How CEOs speak and present themselves, especially in a crisis, has a huge impact on how their company is perceived, but there’s no right way to speak in public.
As a media and presentation trainer it is tempting for me to train everyone to speak the way I do, but doing so would usually work poorly as different people have different natural styles and the best results will usually be achieved by refining a speaker’s natural style rather than forcing them to adopt someone else’s style (e.g. mine).
Tim Cook, CEO of Apple, is undeniably an outstanding public speaker. Whether at a product launch or in an interview he is clear, polished and confident. His presentations are impeccably rehearsed and yet manage to retain an air of casualness – his style matches Apple’s brand reputation for excellence while remaining effortlessly “cool”.
Elon Musk, CEO of Tesla and SpaceX (and soon to be owner of Twitter) has a nearly opposite public speaking style. He rambles when he’s excited, he forgets what’s next in his slides, he leaves long pauses that give the audience enough time to wonder if he has forgotten what he is saying and yet, it works. Eccentric inventor, absent-minded professor, Musk’s public speaking style matches his personal brand and the brands of his companies.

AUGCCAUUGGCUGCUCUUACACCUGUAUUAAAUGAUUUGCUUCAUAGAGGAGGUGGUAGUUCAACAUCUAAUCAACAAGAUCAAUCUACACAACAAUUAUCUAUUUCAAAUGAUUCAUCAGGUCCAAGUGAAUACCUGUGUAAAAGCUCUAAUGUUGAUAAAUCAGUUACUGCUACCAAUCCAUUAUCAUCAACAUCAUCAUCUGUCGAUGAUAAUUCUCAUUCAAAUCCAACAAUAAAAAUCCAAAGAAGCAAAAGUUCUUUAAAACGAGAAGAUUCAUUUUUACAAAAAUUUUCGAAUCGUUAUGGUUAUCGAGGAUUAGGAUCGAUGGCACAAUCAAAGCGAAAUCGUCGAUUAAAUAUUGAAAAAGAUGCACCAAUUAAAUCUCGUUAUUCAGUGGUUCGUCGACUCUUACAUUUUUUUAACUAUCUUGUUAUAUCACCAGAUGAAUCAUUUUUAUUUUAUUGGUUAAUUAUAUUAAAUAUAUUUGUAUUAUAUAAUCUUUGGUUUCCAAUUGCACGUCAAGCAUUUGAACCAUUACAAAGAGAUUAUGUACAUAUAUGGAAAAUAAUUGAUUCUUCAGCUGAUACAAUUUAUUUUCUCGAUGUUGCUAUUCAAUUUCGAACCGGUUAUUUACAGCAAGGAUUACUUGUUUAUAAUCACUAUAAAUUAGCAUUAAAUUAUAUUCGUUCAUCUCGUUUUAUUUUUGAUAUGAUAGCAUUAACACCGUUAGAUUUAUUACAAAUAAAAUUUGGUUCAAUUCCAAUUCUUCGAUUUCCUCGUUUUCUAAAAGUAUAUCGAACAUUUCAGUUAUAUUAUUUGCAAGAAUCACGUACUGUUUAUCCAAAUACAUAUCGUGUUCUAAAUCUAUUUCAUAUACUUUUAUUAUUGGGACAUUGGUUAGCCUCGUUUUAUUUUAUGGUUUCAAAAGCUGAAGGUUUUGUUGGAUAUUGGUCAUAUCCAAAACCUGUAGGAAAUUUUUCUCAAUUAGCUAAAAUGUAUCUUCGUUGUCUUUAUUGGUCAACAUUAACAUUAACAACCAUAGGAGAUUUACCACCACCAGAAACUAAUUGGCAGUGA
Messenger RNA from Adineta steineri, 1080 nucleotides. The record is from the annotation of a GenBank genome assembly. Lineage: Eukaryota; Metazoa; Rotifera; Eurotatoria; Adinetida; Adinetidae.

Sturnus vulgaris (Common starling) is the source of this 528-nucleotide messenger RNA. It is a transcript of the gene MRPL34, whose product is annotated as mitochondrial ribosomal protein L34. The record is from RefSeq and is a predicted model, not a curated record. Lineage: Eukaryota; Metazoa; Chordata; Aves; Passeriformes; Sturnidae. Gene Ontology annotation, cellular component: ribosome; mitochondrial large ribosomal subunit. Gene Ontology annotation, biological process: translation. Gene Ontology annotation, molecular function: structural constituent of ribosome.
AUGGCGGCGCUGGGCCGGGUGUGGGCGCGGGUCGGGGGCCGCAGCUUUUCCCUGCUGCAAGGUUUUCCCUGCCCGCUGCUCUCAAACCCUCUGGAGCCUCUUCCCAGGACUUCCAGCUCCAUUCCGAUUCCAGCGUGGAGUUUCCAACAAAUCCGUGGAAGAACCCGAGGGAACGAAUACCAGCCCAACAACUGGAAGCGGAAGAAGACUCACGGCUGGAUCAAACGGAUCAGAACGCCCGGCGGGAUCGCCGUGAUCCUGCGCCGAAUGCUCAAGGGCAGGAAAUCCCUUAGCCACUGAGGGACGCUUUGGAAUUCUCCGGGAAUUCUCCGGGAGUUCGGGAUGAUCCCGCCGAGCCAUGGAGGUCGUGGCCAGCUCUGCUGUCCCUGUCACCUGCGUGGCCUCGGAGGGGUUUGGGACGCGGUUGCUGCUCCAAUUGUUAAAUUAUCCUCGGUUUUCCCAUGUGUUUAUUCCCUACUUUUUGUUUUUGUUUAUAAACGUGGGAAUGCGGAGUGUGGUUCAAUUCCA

For a public speaking coach, it would be tempting to try to teach Musk to present more like Cook, but such an attempt would likely be a mistake for two reasons.
First, I’m not sure that Musk could speak the way Cook does. Sure, he could be taught a script, taught to gesture at certain moments, to step there and pause here, but I suspect he would lose any sense of naturalness – lose his charisma. Without getting drawn too far into the debate over nurture vs nature (how much of someone’s character is taught vs predetermined at birth), most people find some ways of doing things easily and other ways very difficult. When coaching public speaking it is usually best to build on the speaker’s natural strengths – rehearsed polish doesn’t appear to be one of Musk’s strengths.
Second, Cook’s style wouldn’t work as well for Musk’s brands. Could Musk lead an Apple product launch in his normal style? Absolutely not but Musk’s brands aren’t about delivering a slick final product that “just works”. Tesla buyers don’t expect to buy a car that’s perfect today, they expect to be part of an exciting process of innovation. Musk’s speaking style suggests he doesn’t have all the answers, but he has lots of answers and he’s really excited about getting more… and you should be too.
It’s also about audience, what style will resonate with an audience? Personally, I’d rather listen to Cook than Musk, Obama than Trump, and Ellen DeGeneres than Oprah Winfrey, but clearly millions of people would strongly disagree with me.
Public speaking coaches sometimes ask the question: “who would you most like to present like?” It’s an interesting question, but in some ways the more useful question is: “who do you think you are most like when you’re presenting?”
Instead of giving everyone the idea to speak like some polished orator, teach people to build on their own style and strengths. Doing so will produce a more cohesive brand, a more effortless speaker and, as an added bonus, it will be easier for all involved.